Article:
Mahala Doyle and John Brown

I’ve previously discussed one woman who wrote to John Brown after his capture at Harpers Ferry. L. Maria Child was an outspoken abolitionist who admired John Brown’s “work” in Kansas and in Harpers Ferry. Later, though, John Brown got a different kind of letter.

To understand it, we have to go back to the dark of night on the 24th of May, 1856. John Brown had heard of the sack of Lawrence, Kansas, a Free-State town, by pro-slavery forces, and he was angry. He gathered up his sons Fredericks, Owen, Watson, and Oliver, plus two other men, and he went on a raid of his own.

The first place he stopped was the home of the Doyle family. James and Mahala Doyle had three sons: William, Drury, and John. They owned no slaves, although James, William, and Drury were members of the pro-slavery Law and Order party. John Brown ordered the men out of the house. Mahala Doyle begged and pleaded for the life of her youngest son, and John Doyle was allowed to go back into the cabin.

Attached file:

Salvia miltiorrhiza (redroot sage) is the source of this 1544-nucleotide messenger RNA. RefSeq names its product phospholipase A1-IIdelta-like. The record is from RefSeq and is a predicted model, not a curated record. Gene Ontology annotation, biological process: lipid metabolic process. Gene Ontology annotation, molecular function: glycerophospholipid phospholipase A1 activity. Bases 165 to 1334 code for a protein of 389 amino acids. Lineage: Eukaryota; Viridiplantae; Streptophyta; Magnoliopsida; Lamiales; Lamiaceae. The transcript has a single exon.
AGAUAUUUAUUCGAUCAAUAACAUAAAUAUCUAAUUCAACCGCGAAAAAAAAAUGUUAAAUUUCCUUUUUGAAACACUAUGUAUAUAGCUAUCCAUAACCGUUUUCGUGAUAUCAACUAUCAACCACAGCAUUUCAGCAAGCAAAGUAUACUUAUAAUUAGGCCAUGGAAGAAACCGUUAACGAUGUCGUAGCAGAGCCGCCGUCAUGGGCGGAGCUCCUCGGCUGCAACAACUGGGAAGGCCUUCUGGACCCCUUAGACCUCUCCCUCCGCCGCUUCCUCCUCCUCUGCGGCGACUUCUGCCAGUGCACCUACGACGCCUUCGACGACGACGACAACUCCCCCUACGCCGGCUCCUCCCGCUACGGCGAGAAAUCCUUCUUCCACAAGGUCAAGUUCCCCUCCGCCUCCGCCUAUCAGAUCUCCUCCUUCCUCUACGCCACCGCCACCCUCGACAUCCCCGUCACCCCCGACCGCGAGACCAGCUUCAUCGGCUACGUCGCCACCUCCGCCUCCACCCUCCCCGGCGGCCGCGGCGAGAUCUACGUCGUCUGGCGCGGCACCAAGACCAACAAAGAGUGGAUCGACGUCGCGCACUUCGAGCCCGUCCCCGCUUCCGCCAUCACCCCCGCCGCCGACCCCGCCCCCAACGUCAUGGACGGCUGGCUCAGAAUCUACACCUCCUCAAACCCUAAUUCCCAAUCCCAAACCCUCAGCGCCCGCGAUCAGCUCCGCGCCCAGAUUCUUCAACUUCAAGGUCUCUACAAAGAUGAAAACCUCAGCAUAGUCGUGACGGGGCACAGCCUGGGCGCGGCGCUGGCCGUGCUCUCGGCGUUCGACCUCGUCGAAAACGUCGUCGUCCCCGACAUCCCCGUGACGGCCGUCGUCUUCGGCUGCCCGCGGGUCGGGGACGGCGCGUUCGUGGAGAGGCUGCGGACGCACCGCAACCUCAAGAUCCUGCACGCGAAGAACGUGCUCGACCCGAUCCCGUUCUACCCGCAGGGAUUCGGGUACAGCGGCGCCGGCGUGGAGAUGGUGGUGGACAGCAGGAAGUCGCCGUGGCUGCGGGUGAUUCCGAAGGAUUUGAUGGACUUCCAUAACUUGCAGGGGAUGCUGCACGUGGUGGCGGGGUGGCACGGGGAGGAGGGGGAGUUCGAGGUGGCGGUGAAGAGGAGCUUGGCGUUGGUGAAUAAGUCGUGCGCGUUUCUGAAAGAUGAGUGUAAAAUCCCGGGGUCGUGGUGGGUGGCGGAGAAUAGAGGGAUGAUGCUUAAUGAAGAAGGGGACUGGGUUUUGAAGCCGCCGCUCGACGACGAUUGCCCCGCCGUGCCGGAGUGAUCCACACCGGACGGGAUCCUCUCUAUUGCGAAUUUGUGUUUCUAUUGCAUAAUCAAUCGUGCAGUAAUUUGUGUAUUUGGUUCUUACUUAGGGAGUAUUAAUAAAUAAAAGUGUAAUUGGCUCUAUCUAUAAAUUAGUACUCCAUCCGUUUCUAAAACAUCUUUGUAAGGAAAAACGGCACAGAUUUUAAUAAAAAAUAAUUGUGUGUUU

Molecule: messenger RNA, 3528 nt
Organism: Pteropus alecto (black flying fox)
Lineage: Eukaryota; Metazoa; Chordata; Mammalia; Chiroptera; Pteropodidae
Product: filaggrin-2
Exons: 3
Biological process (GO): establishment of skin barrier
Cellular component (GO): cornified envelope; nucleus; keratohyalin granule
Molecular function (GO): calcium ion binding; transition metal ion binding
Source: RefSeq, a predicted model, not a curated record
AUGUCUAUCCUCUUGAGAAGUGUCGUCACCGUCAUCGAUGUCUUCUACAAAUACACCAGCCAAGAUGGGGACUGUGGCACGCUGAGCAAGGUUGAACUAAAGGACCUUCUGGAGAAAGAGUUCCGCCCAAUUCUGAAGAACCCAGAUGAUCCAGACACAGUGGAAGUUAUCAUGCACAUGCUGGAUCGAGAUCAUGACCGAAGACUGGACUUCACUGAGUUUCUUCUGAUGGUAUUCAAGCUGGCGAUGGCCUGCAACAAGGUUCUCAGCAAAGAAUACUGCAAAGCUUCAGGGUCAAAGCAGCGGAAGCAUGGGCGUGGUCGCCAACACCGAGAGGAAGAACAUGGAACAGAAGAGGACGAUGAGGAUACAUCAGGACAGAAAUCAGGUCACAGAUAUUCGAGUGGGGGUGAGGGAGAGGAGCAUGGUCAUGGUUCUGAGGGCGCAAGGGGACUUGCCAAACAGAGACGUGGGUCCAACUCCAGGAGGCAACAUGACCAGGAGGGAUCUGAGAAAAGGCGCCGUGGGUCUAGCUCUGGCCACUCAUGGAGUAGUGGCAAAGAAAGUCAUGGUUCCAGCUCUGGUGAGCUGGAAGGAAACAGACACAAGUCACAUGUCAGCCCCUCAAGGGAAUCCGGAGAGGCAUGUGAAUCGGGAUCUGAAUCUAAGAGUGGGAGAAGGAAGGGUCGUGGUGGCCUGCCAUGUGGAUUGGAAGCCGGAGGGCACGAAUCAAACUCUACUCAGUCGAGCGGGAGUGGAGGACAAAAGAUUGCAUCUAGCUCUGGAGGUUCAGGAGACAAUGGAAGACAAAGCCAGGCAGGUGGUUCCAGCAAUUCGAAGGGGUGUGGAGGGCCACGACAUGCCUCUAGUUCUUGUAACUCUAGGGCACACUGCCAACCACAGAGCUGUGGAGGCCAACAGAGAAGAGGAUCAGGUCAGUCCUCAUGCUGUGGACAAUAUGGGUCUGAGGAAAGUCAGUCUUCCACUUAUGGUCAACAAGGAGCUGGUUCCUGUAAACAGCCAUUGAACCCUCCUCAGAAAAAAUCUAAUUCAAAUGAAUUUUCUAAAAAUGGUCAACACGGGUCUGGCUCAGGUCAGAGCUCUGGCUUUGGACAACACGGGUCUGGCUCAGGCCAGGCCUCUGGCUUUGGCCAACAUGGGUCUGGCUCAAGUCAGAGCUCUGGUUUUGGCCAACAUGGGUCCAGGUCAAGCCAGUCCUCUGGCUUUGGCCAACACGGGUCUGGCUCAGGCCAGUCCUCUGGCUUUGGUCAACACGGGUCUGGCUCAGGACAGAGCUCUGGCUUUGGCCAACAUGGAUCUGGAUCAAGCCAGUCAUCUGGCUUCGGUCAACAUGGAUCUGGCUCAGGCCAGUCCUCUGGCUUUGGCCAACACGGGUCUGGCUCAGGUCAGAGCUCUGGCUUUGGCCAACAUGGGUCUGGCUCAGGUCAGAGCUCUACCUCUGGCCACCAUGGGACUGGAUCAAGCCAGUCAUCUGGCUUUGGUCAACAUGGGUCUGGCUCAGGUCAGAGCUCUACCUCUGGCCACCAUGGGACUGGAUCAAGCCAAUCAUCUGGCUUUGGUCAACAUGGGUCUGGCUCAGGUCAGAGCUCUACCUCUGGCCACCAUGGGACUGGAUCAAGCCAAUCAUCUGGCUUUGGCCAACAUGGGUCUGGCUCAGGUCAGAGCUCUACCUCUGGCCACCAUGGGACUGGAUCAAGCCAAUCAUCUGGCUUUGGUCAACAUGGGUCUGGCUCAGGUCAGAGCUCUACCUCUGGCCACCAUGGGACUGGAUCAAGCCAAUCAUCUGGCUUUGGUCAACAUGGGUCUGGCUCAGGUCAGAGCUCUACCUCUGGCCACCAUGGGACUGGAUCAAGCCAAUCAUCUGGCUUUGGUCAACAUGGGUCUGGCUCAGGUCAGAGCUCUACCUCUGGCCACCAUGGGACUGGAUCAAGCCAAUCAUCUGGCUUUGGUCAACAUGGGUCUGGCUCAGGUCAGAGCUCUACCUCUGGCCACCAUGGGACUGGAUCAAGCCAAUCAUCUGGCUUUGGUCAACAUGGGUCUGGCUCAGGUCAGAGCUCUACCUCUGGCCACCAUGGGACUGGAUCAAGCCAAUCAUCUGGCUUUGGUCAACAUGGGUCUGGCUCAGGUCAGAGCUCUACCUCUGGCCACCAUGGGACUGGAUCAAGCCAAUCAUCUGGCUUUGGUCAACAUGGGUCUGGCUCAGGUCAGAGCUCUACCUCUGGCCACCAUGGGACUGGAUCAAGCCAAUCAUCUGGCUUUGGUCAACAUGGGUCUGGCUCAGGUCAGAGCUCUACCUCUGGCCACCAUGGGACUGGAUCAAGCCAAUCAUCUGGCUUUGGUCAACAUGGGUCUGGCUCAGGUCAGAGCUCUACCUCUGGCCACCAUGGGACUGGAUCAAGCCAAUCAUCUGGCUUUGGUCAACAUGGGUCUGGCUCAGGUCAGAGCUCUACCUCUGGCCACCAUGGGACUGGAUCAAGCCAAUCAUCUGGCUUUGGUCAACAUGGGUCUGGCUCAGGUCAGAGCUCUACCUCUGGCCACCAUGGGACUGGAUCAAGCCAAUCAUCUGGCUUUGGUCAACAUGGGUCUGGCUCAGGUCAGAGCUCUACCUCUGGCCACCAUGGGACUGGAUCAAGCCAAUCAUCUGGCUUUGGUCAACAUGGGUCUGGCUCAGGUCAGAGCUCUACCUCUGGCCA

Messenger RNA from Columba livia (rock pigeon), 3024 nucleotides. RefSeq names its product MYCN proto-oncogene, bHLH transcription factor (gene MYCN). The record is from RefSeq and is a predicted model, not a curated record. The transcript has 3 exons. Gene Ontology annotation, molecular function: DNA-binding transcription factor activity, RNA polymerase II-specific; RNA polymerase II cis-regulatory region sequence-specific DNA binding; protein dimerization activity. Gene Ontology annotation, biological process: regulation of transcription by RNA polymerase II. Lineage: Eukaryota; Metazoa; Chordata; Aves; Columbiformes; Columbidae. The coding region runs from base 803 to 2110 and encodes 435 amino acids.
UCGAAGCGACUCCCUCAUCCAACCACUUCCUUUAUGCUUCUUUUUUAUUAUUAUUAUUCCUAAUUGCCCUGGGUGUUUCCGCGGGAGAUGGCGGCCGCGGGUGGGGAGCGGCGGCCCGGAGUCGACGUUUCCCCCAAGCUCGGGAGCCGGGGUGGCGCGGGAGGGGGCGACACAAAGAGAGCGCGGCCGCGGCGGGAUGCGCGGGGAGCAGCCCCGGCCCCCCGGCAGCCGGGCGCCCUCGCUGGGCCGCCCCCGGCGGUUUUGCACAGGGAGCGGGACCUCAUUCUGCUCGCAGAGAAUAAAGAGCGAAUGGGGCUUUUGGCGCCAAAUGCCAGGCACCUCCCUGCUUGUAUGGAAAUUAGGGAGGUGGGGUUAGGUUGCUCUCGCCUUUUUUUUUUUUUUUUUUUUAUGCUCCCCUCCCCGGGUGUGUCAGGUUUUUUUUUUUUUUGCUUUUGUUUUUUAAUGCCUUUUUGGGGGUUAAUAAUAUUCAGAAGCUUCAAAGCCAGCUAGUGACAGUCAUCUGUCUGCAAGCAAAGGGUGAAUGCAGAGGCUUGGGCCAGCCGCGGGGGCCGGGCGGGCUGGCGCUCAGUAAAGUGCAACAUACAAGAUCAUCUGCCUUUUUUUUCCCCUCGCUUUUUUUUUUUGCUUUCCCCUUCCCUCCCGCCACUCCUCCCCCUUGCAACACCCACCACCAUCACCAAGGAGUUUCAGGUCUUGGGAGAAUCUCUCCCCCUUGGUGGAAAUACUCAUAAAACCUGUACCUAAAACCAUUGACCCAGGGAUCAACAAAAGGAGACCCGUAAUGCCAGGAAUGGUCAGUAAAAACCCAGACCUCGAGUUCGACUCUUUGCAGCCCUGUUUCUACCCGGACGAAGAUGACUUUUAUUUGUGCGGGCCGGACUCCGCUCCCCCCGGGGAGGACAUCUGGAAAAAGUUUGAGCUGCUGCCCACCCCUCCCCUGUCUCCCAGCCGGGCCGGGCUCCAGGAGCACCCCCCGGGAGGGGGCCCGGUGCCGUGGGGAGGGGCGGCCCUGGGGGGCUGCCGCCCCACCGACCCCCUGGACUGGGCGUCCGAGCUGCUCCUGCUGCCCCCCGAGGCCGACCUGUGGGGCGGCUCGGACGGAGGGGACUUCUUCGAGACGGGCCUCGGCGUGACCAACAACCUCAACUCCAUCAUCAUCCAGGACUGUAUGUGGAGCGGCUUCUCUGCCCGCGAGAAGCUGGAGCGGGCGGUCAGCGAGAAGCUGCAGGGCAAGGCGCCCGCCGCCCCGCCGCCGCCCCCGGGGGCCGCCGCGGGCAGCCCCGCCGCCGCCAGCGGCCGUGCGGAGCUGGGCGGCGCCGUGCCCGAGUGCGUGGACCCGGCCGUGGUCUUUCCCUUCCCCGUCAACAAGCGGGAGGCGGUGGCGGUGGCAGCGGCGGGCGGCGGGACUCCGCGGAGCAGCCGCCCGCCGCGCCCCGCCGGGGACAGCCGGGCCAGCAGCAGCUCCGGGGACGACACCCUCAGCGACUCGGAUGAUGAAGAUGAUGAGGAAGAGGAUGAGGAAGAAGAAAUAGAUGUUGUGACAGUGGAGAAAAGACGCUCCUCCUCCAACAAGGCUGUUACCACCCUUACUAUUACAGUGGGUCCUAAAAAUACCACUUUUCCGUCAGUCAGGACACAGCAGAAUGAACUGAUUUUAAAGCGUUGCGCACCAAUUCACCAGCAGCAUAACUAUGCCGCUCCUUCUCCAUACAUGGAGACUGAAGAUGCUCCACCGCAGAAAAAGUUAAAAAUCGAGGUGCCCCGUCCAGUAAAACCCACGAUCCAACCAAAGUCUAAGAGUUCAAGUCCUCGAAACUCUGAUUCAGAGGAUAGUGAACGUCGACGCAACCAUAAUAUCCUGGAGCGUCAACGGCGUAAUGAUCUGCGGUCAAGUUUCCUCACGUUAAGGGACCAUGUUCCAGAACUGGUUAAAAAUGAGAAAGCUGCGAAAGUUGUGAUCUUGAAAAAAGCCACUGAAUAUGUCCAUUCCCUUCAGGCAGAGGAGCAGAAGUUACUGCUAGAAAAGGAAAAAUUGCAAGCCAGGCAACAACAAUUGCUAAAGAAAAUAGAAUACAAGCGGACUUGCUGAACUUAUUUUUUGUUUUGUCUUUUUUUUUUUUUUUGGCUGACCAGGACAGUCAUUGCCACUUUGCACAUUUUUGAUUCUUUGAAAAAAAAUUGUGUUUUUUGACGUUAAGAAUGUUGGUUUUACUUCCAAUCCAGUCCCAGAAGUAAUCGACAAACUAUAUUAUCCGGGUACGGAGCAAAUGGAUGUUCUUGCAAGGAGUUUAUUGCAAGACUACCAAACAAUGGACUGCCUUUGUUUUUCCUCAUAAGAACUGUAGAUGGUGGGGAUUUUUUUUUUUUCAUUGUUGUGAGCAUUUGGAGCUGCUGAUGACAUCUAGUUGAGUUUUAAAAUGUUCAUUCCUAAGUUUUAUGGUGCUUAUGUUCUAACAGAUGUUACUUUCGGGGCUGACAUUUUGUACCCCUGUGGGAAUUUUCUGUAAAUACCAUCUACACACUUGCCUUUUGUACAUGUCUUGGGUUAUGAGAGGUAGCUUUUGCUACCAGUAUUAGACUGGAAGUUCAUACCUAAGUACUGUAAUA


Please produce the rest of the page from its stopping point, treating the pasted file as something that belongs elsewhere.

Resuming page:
Then John Brown and his four sons faced James Doyle and his two. Owen and one of his brothers proceeded to hack James, William, and Drury to death with broadswords. John Brown did not participate except to fire a bullet into James Doyle’s head when his sons were done.

Fast-forward three and a half years, and it is the 20th of November, 1859, when Mahala Doyle sits down in Chattanooga, Tennessee, and writes a letter to John Brown.

Chattanooga Tennessee
20th November 1859.
John Brown

Sir
Altho vengence is not mine, I confess, that I do feel gratified to hear that you ware stopt in your fiendish career at Harper’s Ferry, with the loss of your two sons, you can now appreciate my distress, in Kansas, when you then and there entered my house at midnight and arrested my husband and two boys and took them out of the yard and in cold
blood shot them dead in my hearing, you cant say you done it to free our slaves, we had none and never expected to own one, but has only made me a poor disconsolate widow with helpless children while I feel for your folly. I do hope & trust that you will meet your just reward. O
how it pained my Heart to hear the dying groans of my Husband and children if this scrawl give you any consolation you are welcome to it

Mahala Doyle

Overleaf:
N3 my son John Doyle whose life I begged of (you) is now grown up and is very desirous be at Charleston on the day of your execution would certainly be there if his means would permit it, that he might adjust the rope around your neck if gov: wise would permit it
M Doyle.

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